Naturally, NO BAPTIST CHURCH will EVER admit that they are not going to try to grow, so our new/old interim--now permanent, if part-time--pastor announced that the plan to grow was to become a "metro" church, by which he meant that it was time to quit worrying so much about the local population and let people know that we were "worth the drive."  I found this so much hubris--after all, we have a huge number of churches in our city, and saying that OURS was worth the drive necessarily involved saying that OTHERS were worth only driving PAST--and, without naming names or naming churches, said something to that effect on Facebook.

I was shortly told by the preacher that this was a Matthew 18 situation and advised that part of the plan was to do things in a spirit of unity and harmony.

He wouldn't have even seen my comment had he not been looking over the shoulder of a Facebook friend who was helping out in the church office.  He wasn't on my "friends" list and I have long had all my settings to "friends only," so make what you will out of his statement that he was in the habit of reading all the things I say on Facebook.

I agreed to keep any further comments off Facebook whilst noting that I disagreed with his proposed approach and, while I hoped to be proven wrong, I thought it likely that the church would be closing its doors within three years.  He agreed that we certainly had a challenge ahead of us.

Since then--several months now--"the plan" has come together.  It consisted of:

1) Removing the pews from our largish sanctuary and spending thousands of dollars on new chairs, and taking up much less space, so as to create a more intimate worship atmosphere.  I spoke in favor of that, actually; anything to get the members to do something DIFFERENT.

2) Focusing mainly on the Sunday morning worship service, de-emphasizing, to a degree, Sunday School, Sunday evenings, and Wednesday evenings--even going to the point of not having Sunday nights at all during the Summer and not having Wednesday evenings consistently.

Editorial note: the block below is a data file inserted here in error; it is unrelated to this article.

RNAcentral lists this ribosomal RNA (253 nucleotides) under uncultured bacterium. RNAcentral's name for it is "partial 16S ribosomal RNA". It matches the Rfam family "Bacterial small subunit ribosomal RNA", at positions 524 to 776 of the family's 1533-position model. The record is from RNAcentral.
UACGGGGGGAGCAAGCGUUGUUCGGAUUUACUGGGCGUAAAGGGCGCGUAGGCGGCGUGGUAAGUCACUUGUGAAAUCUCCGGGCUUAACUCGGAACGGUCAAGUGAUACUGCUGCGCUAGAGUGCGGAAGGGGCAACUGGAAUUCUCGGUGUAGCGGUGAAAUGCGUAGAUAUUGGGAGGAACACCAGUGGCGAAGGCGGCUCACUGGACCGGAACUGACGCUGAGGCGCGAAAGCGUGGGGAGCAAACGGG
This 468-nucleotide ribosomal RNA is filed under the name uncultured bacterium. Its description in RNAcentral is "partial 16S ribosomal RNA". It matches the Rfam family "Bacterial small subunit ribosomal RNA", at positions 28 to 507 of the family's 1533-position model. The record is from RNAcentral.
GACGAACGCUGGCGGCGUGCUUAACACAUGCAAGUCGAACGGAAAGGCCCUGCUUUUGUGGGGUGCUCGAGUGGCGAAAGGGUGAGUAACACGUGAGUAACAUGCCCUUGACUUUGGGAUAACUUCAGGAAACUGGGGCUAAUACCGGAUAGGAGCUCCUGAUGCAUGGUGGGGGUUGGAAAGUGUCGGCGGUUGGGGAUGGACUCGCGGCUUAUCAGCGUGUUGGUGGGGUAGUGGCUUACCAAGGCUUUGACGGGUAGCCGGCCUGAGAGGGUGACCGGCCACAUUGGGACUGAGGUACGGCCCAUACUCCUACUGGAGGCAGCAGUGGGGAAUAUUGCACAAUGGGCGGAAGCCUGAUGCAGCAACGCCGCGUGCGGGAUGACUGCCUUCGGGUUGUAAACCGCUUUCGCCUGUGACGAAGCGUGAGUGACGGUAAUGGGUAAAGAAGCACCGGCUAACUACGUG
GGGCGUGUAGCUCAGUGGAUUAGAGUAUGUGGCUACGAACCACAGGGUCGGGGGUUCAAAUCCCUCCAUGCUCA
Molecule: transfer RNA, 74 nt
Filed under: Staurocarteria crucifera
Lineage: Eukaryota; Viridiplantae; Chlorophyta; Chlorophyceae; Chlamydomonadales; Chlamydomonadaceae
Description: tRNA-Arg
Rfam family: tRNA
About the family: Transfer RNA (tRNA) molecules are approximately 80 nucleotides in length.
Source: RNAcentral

3) Making sure that all our friends knew that we were worth the drive.

4) Reaching out to the neighborhood businesses.  Exactly why the local businesses were worth reaching out to when the local people were (at least initially) NOT is as unclear to me as it likely is to you.  In practice, all this has meant is that the local Wendy's has given us coupons for free Frosties to use as prizes for a few of our events.

5) Creating a "Welcome Center" for our guests.  In practice that has meant putting two airpots full of coffee, some donuts, and cups into what used to be the foyer and is now the welcome center.

6) Doing everything in a spirit of unity and harmony.  Since, as far as I know--actually, to my certain knowledge, in some cases--the staff has routinely but politely dismissed input from church members, and those members are now FORMER members, having voted with their feet, and I agreed not to put comments on Facebook and to keep my thoughts on these policies out of the church arena (remember: I blog anonymously, and I am naming neither people nor church here, and the odds are very good that only one of my readers even knows where I go to church), the staff may well not really know what it is to experience disunity and unharmoniousness. It seems to me that the staff may not be able to distinguish the silence of the silenced, disinterested, and tired from a spirit of unity and harmony.  It may be that they think a lack of open criticism constitutes having approval.  It may be that they don't realize our near-halved attendance, despite leaving only the non-critical in place, is indicative of anything but harmony and unity.